The Centre for Human Rights, Faculty of Law, University of Pretoria, wishes to congratulate Dr Rimdolmsom Jonathan Kabre on his recent achievement. Dr Kabre, a post-doctoral research fellow at International Development Law Unit (IDLU), was awarded the 2020 Law Faculty Prize (Prix de Faculté) from the University of Lausanne (Switzerland) for the best doctoral dissertation. Dr Kabre was also awarded a grant to support the publication of his dissertation. This prize was awarded during the Opening Ceremony for the 2020 courses at the University of Lausanne, which took place on 15 September 2020.

Preparations for the 30th edition of the African Human Rights Moot Court Competition, scheduled to take place in July 2021, are now formally underway. Following the signature of a Memorandum of Understanding (MOU) by Stellenbosch University, the host for the 30th edition of the Competition, on 7  September 2020, the Vice-Chancellor and Principal of the University of Pretoria, Prof Tawana Kupe, co-signed the MOU at the University of Pretoria on 16 September 2020. 

The Democracy and Civic Engagement Unit and the Expression, Information and Digital Rights Unit at the Centre for Human Rights, University of Pretoria, are hosting a (virtual) conference on 29 October 2020 under the theme ‘Elections and COVID-19: Harnessing the pandemic to improve elections’.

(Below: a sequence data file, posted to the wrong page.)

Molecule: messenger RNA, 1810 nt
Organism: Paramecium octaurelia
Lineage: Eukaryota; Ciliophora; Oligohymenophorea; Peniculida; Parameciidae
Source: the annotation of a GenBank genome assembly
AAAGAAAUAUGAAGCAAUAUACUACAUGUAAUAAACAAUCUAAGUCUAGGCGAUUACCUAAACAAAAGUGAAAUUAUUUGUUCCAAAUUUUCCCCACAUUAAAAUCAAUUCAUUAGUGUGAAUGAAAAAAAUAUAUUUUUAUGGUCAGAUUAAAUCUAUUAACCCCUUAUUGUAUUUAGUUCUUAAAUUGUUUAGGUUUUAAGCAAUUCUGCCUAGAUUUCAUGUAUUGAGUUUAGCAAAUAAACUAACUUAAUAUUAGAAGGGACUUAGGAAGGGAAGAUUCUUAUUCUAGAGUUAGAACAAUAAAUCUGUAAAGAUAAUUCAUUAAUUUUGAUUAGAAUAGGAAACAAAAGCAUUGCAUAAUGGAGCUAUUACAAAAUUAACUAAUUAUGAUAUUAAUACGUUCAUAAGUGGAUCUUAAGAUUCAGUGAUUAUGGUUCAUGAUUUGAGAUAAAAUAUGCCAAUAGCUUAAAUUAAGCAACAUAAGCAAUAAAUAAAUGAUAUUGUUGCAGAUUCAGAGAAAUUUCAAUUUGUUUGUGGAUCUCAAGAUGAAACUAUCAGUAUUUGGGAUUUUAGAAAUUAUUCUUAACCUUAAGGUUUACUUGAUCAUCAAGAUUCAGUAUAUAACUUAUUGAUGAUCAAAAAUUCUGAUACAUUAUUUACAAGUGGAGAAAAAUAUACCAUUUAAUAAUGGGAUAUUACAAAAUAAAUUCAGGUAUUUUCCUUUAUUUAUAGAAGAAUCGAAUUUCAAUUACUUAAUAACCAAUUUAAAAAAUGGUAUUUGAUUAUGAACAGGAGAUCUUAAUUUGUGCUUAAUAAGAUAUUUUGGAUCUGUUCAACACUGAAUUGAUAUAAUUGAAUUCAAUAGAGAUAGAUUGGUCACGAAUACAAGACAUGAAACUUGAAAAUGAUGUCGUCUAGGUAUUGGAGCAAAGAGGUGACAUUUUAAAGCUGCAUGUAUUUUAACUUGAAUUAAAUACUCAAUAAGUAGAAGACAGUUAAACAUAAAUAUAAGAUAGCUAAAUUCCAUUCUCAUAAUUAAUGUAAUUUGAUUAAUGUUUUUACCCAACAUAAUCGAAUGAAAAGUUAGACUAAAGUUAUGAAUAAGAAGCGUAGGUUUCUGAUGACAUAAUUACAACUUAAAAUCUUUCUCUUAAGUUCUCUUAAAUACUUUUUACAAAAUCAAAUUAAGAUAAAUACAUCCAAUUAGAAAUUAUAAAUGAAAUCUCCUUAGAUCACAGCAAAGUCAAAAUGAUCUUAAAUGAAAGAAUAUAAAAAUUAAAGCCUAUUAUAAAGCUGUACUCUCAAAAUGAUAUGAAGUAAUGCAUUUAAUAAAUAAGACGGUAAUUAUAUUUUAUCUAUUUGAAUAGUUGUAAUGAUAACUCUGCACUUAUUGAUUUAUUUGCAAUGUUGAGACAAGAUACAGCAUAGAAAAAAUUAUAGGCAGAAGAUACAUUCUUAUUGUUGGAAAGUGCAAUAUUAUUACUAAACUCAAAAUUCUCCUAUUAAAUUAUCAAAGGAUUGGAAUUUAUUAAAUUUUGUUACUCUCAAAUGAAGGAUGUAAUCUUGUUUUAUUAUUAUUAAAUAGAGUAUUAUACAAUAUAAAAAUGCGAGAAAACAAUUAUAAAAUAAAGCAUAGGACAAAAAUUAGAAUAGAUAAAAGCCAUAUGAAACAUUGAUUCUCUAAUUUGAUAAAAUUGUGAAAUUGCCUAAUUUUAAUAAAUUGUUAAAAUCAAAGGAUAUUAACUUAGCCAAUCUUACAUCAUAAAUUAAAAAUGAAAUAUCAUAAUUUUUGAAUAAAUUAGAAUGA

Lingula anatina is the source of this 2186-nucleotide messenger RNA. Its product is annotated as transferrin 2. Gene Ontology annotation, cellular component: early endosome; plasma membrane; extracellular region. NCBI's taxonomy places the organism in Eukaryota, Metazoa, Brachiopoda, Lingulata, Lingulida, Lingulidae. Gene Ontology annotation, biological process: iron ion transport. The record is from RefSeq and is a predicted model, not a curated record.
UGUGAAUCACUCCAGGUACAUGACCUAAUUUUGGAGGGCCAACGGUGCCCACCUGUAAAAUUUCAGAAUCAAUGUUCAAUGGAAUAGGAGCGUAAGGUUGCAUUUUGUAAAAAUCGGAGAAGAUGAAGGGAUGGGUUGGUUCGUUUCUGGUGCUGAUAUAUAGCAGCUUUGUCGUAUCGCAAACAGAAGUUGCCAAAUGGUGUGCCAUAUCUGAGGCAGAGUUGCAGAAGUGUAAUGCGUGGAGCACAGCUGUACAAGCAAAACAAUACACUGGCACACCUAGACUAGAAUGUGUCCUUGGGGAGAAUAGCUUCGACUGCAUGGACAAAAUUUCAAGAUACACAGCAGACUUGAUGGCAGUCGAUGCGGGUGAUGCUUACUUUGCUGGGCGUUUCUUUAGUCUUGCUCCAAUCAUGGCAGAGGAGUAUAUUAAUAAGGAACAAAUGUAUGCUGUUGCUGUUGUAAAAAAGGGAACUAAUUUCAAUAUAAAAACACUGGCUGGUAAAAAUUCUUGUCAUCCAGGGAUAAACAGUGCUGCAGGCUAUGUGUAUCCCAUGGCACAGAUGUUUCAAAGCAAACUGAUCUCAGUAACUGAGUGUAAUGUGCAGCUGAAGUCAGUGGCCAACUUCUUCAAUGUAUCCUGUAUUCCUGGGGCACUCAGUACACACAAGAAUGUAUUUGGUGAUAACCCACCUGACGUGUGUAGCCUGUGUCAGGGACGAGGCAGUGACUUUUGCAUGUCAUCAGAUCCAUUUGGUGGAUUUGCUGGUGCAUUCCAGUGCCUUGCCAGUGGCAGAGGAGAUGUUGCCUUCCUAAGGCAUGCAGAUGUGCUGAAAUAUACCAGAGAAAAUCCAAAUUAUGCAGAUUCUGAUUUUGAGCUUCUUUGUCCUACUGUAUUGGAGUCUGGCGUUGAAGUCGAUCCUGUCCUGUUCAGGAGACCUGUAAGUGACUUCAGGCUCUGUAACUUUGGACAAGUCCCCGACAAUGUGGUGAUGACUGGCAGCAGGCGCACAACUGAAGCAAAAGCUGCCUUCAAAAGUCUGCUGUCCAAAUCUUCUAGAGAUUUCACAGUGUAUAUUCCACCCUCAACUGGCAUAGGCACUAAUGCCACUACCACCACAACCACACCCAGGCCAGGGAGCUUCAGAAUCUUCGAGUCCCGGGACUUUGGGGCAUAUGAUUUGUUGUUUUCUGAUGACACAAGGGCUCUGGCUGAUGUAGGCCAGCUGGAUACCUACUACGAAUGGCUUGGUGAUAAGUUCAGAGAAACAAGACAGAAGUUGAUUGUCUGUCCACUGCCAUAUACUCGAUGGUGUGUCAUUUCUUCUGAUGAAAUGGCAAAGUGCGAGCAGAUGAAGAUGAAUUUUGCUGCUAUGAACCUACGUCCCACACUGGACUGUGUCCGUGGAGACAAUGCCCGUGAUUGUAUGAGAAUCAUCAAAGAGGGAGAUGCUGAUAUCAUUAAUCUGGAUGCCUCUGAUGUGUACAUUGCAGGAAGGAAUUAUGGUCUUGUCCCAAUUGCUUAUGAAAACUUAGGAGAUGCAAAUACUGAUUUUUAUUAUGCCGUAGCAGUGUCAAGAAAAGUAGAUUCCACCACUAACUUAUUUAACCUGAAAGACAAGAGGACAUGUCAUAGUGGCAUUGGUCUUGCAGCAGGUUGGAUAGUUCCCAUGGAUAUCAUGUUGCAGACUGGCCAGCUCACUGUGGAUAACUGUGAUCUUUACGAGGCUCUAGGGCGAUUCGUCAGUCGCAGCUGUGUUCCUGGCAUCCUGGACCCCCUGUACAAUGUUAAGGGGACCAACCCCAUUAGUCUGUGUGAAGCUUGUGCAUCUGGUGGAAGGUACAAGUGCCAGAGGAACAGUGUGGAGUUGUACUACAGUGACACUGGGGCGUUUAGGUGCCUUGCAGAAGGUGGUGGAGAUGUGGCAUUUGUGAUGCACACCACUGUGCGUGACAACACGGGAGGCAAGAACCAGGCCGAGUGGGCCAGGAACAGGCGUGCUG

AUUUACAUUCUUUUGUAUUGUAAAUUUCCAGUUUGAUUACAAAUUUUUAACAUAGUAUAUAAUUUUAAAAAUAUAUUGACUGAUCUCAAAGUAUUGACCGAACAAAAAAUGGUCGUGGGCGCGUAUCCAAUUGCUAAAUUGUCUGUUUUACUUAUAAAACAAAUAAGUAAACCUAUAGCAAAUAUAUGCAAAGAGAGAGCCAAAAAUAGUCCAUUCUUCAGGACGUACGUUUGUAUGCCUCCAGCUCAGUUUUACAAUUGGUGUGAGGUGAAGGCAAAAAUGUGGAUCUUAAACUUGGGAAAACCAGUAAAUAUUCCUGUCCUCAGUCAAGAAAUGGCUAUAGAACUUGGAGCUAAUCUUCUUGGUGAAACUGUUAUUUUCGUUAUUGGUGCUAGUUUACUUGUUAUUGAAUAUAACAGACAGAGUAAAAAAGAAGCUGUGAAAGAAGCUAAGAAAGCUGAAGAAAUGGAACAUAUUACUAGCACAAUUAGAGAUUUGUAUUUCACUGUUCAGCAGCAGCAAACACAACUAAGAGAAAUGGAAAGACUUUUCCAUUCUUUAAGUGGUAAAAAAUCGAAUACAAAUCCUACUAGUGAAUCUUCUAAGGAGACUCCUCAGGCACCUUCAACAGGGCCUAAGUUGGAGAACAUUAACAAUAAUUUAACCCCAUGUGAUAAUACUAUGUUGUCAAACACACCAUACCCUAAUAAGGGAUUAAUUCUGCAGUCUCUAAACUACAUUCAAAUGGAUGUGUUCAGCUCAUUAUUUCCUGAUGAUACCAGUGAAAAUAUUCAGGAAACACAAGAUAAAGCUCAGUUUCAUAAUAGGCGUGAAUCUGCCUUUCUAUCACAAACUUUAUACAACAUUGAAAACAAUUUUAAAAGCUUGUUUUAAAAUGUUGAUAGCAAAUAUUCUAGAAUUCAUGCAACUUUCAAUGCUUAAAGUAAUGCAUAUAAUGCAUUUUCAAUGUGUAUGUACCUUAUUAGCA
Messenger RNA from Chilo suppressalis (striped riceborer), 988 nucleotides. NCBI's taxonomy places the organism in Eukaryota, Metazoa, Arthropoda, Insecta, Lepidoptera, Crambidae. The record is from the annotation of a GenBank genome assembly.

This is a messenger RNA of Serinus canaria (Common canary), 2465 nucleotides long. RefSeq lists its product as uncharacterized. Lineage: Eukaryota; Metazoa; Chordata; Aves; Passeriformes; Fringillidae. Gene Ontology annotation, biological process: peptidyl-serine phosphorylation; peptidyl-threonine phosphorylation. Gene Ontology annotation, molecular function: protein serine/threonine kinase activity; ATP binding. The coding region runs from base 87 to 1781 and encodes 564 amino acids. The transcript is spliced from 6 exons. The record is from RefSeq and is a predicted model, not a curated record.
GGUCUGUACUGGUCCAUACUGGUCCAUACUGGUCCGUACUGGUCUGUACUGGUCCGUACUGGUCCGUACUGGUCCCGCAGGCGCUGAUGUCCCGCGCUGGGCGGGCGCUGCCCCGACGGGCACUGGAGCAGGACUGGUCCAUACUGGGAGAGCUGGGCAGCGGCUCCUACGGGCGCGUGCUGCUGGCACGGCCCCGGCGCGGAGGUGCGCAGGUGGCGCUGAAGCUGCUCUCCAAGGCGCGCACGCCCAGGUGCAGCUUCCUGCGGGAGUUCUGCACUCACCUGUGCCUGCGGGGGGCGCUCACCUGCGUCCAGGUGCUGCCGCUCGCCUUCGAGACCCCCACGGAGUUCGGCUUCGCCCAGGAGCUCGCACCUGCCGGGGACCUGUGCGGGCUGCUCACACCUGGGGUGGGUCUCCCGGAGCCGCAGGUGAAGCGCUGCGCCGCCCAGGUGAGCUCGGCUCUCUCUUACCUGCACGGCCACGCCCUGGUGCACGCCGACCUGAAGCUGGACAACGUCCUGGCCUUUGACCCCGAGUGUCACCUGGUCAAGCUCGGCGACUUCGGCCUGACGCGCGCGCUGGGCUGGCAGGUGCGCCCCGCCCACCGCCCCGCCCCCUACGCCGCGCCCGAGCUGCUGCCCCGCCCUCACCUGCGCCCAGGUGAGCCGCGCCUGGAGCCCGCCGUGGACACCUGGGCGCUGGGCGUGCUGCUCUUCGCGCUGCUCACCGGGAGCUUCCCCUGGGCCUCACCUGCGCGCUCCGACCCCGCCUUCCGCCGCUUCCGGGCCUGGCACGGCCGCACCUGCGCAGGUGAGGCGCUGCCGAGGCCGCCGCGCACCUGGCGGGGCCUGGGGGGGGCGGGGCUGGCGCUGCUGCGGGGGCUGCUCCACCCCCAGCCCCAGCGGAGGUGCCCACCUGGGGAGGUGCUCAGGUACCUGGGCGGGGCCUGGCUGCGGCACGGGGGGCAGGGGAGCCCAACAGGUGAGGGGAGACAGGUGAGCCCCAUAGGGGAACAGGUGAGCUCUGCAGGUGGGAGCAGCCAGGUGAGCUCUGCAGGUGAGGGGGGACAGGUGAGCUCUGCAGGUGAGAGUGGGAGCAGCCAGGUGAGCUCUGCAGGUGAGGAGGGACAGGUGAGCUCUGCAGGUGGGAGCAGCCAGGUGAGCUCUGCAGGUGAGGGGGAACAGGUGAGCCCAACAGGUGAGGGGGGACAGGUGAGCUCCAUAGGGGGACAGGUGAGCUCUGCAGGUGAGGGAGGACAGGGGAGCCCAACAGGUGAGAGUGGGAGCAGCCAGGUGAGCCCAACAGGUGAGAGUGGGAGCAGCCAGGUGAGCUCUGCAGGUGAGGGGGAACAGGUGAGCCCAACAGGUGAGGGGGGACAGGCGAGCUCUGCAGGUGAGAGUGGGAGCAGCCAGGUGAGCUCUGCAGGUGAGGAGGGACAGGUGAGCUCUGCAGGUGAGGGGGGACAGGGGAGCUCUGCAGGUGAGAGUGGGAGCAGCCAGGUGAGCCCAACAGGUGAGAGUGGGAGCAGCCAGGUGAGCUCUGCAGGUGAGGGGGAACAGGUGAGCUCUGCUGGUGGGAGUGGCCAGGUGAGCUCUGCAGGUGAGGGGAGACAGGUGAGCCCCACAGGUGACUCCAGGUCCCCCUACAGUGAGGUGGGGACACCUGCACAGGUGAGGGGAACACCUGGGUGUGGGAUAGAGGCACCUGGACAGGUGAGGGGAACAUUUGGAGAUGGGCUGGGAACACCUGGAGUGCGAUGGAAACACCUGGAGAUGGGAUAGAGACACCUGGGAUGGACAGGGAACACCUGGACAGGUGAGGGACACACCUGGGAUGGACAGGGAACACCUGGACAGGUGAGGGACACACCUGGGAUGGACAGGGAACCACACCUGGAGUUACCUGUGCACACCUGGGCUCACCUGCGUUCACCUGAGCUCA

The positive implications of the Committee on the Rights of the Child to host the first ever United Nations treaty body session outside of Geneva.

In conversation with Professor Ann Skelton

The Centre for Human Rights, University of Pretoria, cordially invites you to a webinar organised by the Expression, Information and Digital Rights Unit on “Proactive disclosure of information and elections in South Africa”. The webinar will focus on South Africa’s compliance with the Guidelines on Access to Information and Elections in Africa, issued by the African Commission on Human and Peoples’ Rights. This flows from a collaborative research report on access to information and elections during South Africa’s 2019 elections, that will be formally launched.

Preparations for the 2021 African Human Rights Moot Court Competition were formally launched on 7 September 2020 in Stellenbosch, South Africa, when the Director of the Centre for Human Rights, University of Pretoria, Prof Frans Viljoen, the Vice Rector (Research, Innovation and Postgraduate Studies) of Stellenbosch University, Prof Eugene Cloete, together with the Dean of the Faculty of Law, Stellenbosch University, Prof Nicola Smit, signed the Memorandum of Understanding.